Friday, September 02, 2016
Chopsticks by Jessica Anthony
As the old adage goes, a picture is worth a thousand words. Every page of Jessica Anthony's Chopsticks is a picture, and while many spreads feature words, they are only meant to guide the reader through the visual story. Look closely, or you might miss it.
On the surface, Chopsticks tells the story of a girl named Glory who is an extremely talented pianist, and her romance with Frank, a talented artist who moves in next door. Very early on in the story, we find that Glory is a girl who lives a life that is scheduled to the hour and under immense pressure to perform.She is one of the greatest young pianists in the world, but things are not as controlled as they seem. In the end, all of her performances devolve into "Chopsticks," the famous piece composed by 16-year-old Euphemia Allen in 1877.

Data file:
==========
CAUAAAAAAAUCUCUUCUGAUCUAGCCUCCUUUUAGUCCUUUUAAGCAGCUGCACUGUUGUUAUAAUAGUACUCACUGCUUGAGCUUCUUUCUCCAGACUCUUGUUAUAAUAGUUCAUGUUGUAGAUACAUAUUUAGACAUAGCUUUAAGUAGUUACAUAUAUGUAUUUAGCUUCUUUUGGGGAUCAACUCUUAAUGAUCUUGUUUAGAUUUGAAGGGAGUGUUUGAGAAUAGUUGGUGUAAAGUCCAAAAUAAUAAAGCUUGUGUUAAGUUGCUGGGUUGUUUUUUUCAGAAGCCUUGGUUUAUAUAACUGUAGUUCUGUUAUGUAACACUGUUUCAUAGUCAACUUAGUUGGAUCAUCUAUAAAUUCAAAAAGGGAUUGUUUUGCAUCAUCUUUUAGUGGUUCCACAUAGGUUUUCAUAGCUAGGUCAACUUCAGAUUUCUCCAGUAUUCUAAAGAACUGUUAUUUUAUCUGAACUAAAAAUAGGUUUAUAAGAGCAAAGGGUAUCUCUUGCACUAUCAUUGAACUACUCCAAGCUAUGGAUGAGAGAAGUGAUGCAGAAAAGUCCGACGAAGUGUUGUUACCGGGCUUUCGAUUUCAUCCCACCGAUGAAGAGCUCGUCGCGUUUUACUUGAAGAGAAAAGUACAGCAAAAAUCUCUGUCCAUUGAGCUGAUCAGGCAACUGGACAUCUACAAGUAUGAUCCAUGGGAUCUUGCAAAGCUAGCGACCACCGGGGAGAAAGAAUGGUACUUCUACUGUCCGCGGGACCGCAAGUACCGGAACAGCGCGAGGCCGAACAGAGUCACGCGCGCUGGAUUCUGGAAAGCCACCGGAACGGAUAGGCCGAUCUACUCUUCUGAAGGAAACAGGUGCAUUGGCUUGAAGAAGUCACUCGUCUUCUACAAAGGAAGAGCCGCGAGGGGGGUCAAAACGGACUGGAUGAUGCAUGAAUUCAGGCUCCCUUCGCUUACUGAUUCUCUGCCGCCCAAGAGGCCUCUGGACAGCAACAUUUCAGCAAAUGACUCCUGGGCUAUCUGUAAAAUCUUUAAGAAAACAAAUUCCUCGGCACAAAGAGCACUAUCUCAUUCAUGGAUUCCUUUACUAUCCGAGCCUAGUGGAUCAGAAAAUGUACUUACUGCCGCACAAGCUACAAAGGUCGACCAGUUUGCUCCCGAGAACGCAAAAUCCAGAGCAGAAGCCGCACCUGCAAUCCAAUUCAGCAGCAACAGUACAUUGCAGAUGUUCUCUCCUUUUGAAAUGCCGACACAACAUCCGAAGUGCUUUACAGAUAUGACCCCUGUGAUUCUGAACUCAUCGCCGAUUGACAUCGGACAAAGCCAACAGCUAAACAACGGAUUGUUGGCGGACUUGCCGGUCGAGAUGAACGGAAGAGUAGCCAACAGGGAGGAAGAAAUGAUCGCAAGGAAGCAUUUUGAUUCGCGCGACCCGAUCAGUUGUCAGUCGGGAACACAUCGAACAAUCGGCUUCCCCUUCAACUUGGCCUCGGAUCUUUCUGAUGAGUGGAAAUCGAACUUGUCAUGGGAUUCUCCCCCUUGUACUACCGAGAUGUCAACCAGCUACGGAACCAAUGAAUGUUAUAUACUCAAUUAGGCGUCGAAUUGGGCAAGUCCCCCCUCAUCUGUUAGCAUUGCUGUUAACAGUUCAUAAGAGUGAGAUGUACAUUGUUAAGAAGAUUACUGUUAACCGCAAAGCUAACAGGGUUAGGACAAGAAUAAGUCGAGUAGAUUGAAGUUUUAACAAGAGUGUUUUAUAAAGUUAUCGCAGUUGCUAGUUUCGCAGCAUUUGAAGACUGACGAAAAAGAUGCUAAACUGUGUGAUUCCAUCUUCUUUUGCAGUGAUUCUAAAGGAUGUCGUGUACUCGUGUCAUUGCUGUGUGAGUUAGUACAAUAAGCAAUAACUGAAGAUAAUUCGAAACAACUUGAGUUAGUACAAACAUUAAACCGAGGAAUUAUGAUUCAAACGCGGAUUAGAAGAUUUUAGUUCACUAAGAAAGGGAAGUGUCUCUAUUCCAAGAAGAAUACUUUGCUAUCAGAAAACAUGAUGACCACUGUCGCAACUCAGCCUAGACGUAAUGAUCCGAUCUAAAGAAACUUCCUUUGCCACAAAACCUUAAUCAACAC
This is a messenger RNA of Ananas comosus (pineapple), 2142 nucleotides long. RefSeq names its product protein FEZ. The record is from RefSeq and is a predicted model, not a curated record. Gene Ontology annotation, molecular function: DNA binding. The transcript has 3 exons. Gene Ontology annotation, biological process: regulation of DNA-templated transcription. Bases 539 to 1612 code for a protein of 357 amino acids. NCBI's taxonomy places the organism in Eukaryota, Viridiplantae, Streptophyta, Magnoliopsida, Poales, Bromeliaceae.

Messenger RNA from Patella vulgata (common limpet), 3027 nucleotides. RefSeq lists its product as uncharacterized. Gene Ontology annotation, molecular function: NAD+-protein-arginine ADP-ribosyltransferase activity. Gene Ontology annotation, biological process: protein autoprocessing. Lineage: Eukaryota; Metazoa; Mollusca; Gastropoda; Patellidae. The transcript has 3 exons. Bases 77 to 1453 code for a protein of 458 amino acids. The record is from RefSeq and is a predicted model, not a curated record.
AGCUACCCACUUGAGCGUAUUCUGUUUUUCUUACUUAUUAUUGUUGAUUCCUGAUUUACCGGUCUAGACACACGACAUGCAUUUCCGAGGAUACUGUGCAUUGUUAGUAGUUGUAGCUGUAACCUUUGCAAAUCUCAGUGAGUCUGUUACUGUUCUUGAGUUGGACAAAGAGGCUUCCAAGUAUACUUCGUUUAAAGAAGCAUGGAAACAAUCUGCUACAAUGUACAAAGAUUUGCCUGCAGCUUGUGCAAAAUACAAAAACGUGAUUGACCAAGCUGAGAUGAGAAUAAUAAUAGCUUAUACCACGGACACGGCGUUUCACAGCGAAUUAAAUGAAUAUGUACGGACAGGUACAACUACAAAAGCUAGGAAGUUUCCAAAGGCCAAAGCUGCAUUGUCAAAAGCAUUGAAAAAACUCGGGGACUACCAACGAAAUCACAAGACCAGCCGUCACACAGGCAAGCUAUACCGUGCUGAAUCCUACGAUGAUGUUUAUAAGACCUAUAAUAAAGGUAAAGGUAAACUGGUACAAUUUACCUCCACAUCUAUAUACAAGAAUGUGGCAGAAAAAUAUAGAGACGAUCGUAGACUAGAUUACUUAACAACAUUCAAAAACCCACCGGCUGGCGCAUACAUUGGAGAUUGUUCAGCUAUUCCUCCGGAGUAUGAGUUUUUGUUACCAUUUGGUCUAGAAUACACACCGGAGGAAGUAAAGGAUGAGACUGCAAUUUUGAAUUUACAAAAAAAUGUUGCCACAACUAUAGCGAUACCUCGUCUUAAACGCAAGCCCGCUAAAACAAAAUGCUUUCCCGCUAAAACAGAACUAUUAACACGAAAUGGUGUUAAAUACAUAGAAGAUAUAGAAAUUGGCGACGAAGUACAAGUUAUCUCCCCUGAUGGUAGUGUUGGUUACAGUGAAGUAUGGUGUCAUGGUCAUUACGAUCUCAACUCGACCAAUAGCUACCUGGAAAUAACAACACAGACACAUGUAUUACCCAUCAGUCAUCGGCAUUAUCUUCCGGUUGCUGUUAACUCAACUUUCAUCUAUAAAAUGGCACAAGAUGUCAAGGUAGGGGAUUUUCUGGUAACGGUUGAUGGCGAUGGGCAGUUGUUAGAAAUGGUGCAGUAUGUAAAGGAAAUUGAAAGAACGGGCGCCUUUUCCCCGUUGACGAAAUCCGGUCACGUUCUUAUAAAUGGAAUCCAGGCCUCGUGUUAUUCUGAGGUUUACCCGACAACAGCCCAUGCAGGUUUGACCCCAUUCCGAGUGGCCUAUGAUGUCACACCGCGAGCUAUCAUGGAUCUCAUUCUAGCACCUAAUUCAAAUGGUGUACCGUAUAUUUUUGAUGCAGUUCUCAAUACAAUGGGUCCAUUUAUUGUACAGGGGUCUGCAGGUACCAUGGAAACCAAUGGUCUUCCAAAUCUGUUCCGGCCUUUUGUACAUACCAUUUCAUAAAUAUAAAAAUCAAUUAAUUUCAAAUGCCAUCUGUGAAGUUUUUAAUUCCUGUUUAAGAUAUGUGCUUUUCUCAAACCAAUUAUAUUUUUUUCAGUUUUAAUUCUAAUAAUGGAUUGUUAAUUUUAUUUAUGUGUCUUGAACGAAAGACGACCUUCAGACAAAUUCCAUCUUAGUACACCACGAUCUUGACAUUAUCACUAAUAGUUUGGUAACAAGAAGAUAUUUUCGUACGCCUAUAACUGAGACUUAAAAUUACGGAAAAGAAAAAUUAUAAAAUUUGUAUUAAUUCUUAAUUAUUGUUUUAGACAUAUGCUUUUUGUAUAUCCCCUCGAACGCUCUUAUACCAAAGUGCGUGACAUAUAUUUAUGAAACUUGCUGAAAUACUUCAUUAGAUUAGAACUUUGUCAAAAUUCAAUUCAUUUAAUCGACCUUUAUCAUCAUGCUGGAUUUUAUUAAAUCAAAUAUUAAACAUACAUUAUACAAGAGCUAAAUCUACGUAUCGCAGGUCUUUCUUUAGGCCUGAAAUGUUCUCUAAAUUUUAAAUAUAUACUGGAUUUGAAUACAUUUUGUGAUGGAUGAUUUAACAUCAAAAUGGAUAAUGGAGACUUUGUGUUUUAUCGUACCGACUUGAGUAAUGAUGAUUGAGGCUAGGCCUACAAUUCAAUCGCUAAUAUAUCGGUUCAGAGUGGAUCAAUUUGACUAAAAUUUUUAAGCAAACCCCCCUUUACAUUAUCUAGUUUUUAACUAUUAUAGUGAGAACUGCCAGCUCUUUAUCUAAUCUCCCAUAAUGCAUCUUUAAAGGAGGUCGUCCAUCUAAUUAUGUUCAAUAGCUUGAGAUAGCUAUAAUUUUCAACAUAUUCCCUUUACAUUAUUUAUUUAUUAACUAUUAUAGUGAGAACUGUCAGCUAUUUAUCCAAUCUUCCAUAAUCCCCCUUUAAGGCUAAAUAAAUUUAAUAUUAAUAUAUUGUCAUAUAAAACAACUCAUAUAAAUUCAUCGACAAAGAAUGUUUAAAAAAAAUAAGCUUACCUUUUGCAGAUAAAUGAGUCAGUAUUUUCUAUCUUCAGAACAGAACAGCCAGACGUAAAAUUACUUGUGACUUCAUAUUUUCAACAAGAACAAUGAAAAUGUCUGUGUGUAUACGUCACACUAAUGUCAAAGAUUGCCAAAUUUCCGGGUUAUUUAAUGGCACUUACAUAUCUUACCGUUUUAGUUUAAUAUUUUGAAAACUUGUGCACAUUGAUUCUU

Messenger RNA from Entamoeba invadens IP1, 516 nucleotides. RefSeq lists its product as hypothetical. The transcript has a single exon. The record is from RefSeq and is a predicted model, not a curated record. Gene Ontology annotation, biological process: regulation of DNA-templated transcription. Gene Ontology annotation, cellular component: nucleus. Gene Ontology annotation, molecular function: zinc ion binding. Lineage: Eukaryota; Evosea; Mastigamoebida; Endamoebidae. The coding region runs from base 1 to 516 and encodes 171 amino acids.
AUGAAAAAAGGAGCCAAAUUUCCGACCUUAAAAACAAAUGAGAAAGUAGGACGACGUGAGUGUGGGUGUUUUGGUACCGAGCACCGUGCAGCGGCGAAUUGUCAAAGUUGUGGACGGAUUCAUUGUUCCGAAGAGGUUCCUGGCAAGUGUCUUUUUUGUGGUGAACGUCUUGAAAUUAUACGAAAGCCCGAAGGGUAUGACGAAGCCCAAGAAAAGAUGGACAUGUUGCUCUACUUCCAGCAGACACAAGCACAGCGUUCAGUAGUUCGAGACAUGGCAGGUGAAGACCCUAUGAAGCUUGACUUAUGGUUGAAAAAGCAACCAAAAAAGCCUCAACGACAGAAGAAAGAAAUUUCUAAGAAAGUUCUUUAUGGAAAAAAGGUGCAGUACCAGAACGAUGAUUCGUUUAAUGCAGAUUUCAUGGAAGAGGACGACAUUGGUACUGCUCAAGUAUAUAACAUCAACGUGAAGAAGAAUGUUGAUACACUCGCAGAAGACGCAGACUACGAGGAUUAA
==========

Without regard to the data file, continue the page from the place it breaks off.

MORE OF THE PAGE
If readers pay very close attention, they'll find the various inconsistencies and odd repetitions that add layers upon layers to this abstract novel. (Not to mention the Usher Avenue address, as in the "Fall of the House...") I'll leave it to the reader to filter through the ambiguity and decide what it all means. Discover what's real, and what is make believe.
The story is told through pictures, notes, postcards, official letters, artwork, playlists, texts, YouTube videos.
Readers of Chopsticks will likely enjoy Daniel Handler's Why We Broke Up, another teen novel with a similar fixation on objects. For more adult readers, House of Leaves by Mark Z. Danielewski might be a better fit. With more text than imagery, Danielewski's typographical marvel will likely keep you just as on your toes.